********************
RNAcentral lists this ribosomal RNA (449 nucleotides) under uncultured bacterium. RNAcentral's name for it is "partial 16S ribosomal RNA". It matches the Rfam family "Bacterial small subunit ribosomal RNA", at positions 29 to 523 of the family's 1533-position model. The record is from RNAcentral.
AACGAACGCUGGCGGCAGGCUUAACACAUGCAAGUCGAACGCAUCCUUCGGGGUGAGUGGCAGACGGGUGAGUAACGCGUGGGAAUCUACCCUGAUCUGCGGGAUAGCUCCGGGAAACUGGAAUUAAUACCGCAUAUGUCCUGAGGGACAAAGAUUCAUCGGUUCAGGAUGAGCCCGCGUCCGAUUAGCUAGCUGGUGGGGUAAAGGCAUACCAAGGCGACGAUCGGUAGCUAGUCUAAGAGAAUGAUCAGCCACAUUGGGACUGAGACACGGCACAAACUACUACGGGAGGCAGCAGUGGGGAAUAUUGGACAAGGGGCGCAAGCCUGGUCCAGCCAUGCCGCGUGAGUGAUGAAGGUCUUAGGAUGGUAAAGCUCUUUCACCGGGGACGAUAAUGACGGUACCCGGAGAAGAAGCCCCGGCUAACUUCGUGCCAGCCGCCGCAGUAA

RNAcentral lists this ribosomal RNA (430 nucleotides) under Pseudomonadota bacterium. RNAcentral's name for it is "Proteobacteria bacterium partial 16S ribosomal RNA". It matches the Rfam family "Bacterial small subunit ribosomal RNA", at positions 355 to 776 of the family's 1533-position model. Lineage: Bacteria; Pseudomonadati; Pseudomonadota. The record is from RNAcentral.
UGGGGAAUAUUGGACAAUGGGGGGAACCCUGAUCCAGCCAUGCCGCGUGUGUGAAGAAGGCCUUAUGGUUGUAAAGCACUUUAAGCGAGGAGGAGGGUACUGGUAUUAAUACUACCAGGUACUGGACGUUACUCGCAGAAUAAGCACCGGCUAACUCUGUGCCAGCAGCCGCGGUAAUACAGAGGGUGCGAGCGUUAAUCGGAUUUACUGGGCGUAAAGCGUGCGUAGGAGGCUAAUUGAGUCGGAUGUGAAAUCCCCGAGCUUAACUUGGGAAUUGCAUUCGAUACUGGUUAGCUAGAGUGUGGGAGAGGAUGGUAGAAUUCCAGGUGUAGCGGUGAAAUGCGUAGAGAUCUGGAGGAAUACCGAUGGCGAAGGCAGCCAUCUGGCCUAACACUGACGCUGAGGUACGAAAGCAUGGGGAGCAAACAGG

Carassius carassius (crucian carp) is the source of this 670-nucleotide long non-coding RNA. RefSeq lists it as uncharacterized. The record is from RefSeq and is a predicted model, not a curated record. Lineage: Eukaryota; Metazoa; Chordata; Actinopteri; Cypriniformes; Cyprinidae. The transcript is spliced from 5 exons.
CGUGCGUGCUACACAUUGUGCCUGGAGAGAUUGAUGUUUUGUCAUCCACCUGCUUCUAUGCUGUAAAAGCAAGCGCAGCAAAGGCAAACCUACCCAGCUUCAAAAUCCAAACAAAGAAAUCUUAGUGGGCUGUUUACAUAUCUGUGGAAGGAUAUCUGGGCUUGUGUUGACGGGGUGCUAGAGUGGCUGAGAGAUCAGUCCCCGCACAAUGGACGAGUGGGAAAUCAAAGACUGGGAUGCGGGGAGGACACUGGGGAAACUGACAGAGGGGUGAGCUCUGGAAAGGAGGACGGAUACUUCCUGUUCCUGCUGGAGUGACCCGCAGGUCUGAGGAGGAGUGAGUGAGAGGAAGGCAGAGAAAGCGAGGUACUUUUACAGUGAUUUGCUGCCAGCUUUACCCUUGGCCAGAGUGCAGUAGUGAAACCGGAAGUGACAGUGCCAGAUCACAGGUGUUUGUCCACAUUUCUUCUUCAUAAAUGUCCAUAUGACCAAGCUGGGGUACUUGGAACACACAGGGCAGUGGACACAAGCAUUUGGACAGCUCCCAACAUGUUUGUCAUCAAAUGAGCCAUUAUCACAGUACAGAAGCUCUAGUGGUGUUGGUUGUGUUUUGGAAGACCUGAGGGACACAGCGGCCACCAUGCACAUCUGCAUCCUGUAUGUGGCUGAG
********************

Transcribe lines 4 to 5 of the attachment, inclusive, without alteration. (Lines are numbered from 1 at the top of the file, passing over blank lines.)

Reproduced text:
UGGGGAAUAUUGGACAAUGGGGGGAACCCUGAUCCAGCCAUGCCGCGUGUGUGAAGAAGGCCUUAUGGUUGUAAAGCACUUUAAGCGAGGAGGAGGGUACUGGUAUUAAUACUACCAGGUACUGGACGUUACUCGCAGAAUAAGCACCGGCUAACUCUGUGCCAGCAGCCGCGGUAAUACAGAGGGUGCGAGCGUUAAUCGGAUUUACUGGGCGUAAAGCGUGCGUAGGAGGCUAAUUGAGUCGGAUGUGAAAUCCCCGAGCUUAACUUGGGAAUUGCAUUCGAUACUGGUUAGCUAGAGUGUGGGAGAGGAUGGUAGAAUUCCAGGUGUAGCGGUGAAAUGCGUAGAGAUCUGGAGGAAUACCGAUGGCGAAGGCAGCCAUCUGGCCUAACACUGACGCUGAGGUACGAAAGCAUGGGGAGCAAACAGG

Carassius carassius (crucian carp) is the source of this 670-nucleotide long non-coding RNA. RefSeq lists it as uncharacterized. The record is from RefSeq and is a predicted model, not a curated record. Lineage: Eukaryota; Metazoa; Chordata; Actinopteri; Cypriniformes; Cyprinidae. The transcript is spliced from 5 exons.